Since the 70s up to the present time, there were a total of 60 Filipino words added to the Oxford English Dictionary (OED). In 1976, in particular, the first Filipino word that the world has known was jeepney. It was seconded by abaca in 2011, and the list went on and on.
Developing, preserving, and promoting Philippine languages are the main goals of the government agency under the Komisyon sa Wikang Filipino. This living language is rich and cultural in all its essence making day-to-day changes a manner of acquiring and blending existing terms in order to create new meanings in local and international languages.
Now that more Filipino words are reaching foreign waters, the Philippine language is unstoppable in introducing new terms and phrases to foreign language projects including the Oxford English Dictionary. What’s even more interesting is that some of these Filipino words that have officially entered the OED have no English translations. Despite that, they are now included in the English dictionary which other nationals are also using in their conversations.
When you browse the third edition of the OED, you will encounter quirky words that originated from the Philippines like kikay, bongga and kilig. Other words tend to expand the current meanings of certain English words with the introduction of Filipino words such as gimmick, overseas Filipino worker (OFW) and advanced.
Philippine English is indeed an interesting and creative language to learn. As a global language research project, the OED continues to recognize new varieties of English for the world to know. The following are the Filipino words that entered the Oxford English Dictionary in 2015:
- bahala Na
- Barong Tagalog
- baro’t saya
- comfort Room
- dirty Kitchen
- pan de sal
- sari-sari store
- utang na loob
But the journey of the Philippine English did not end there. In 2016, another two Filipino words were added to the OED namely: ate and kilig. When you say ate, it refers to an elder sister which is actually a respectful form of address or title for older women. The kilig term means elation or exhilaration caused by a romantic or exciting experience.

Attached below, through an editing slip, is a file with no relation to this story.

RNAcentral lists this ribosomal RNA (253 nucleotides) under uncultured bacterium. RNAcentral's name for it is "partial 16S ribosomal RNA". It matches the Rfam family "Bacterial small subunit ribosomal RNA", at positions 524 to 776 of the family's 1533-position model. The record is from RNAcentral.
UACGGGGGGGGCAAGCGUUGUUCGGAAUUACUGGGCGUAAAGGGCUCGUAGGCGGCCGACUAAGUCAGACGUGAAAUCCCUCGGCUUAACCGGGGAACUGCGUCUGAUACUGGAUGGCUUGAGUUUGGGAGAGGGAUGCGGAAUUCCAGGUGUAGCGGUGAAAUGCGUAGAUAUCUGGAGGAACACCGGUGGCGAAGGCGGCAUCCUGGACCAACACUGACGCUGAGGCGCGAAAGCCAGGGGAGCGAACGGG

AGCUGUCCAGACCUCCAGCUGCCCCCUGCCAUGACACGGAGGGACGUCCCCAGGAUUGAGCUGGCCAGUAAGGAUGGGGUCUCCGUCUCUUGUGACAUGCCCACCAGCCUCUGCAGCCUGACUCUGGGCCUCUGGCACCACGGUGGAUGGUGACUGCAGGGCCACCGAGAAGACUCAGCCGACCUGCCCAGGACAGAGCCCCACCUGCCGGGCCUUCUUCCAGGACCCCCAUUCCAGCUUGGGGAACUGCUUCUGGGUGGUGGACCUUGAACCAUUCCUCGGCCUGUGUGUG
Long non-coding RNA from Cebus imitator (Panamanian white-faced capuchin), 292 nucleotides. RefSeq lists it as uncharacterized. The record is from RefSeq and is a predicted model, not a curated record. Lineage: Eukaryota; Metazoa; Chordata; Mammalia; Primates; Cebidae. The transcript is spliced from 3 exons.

The kikay word refers to a flirtatious woman or a girl whose very much interested in fashion and beauty products. It is used as an adjective when you say kikay kit; a phrase that’s also found in the OED, which means makeup kit or toiletries. The KKB on the other hand, means kanya-kanyang bayad. In other words, you need to pay your own such as in meals when hanging out with friends or family.
Let’s make the list even longer with the following words officially added to the OED as part of Philippine English language in 2018:
- ambush interview
- dirty Ice Cream
Viand means meat, vegetable or seafood dish with rice; a common meal in the Philippines. The meaning of bongga is flamboyant or extravagant. Trapo refers to a traditional politician that people perceive as someone who belongs to the corrupt ruling class.
During the 19th century, the English language was introduced in the Philippines. Since then, Filipinos learned and enriched the language and now enjoy a more colorful and meaningful Philippine English vocabulary. With more Filipino words added to the OED, meanings of existing English words have been expanded and altered a bit.
Over the years, it’s been amazing how the Philippine English has changed. On that note, the OED is even more dedicated to creating more room for Filipino words. The continuous recognition of words from the Philippines contribute to a more diverse and rich English language.
Just recently, another Filipino word has been welcomed to the Oxford English Dictionary, Third Edition – the ube word which means, “a variety of yam producing tubers with purple or white flesh”. This is usually used in popular local dishes in the Philippines.
In the coming years, the world is expected to introduce more Filipino words that will make Philippine English a more interesting language even for non-Filipinos. This evolving vocabulary is truly an inspiring way to connect people from around the world through impressive varieties of English.
So, which of these Filipino words in the Oxford English Dictionary is your current favorite?